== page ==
When hearing this, I can feel my body want to react emotionally on this. I mean, a medal!? My dream! I am in the fight for it, but do I have it or what is happening?! But, the race wasn’t finished. I had to put these emotions on hold. 2 controls left, basically just running over the golf course, but there are still one minute of work that has to be done, and this minute could be the one to decide everything. It could end up in seconds. I have to push all I got, and just focus on one step after the other. And so I did. I tried to increase my speed. I remember hearing people cheering, but everything is a bit grey. I am still truly connected to my mind, my determination of ending this with full focus, and keep the grip. Those last meters the grip was not about the map grip, but the grip of my sprinting; fast feet against the finish line.


I crossed the finish line, falling and rolling in the grass. I heard I had managed to keep the lead. I finished with a new best time by 44 seconds and the speaker said this will probably be a medal race. But during this moment, when lying in the grass, closing my eyes, feeling the lactate acid in my legs and my heart rate pumping fast – I felt I had done everything I could. Everything. Up to this day and during the race. I opened my eyes, raised up and met people. I remember hugs and smiles. Håkan told me it probably will be a medal, but that both Marika Teini and Sabine Hauswirth may be in the fight, ”but Sabine is most probably too far behind”.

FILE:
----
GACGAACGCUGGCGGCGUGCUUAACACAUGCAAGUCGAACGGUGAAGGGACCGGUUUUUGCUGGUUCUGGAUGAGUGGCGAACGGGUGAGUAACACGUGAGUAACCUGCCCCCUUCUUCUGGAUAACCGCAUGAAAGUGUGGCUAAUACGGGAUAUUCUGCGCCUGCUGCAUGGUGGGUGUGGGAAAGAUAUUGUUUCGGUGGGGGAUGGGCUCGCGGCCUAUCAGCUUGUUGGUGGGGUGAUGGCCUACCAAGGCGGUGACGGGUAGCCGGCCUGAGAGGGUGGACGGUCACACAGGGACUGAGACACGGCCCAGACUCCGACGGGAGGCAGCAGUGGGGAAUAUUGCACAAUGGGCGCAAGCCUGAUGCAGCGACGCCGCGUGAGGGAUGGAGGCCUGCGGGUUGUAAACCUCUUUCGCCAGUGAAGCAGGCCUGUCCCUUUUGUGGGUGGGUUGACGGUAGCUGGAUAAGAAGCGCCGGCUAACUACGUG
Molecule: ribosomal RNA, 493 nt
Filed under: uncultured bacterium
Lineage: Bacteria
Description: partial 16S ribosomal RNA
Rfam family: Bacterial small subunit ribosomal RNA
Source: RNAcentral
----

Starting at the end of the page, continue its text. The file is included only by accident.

finsih line remy steinegger

Then I went towards the media zone. Stopped by SVT, and right before this interview the feelings about this ”fight” got to me. I started to cry even before the first question, and there was no way of holding back. “At least this is good TV”, I said in between my tearing…  During all interviews my medal was clear, but was it going to be a silver or a bronze? Tove was running for a clear gold, but Marika Teini passed the arena only 14 seconds behind me, but she lost time and some minutes later, when Tove finished, I knew the silver was mine! I met Tove and we could celebrate together; a great feeling for sure. A double win for Sweden, Tove being a superhero with her amazing race – the best one in history so far – and me taking my first individual medal. I was stuck with a smile for the rest of this day.

The bubble after the silver medal
I am super proud of this race and I am thankful to all of you who have sent your greetings. I tried to stay in the bubble for some time. Those feelings which takes over your body after performances like these are something extra and something which is hard to feel other times. However, this was not the last race of the WOC week, two more important ones are ahead. I was prepared for this, putting a deadline of celebrating and when to start up the middle focus.

Photos without photograper mark: Sven Alexandersson (and the last one: WOC 2019)



One response

7 10 2019
Bjorn G

Great joy to see someone putting it all together at the highest level after trying and trying again. Congrats!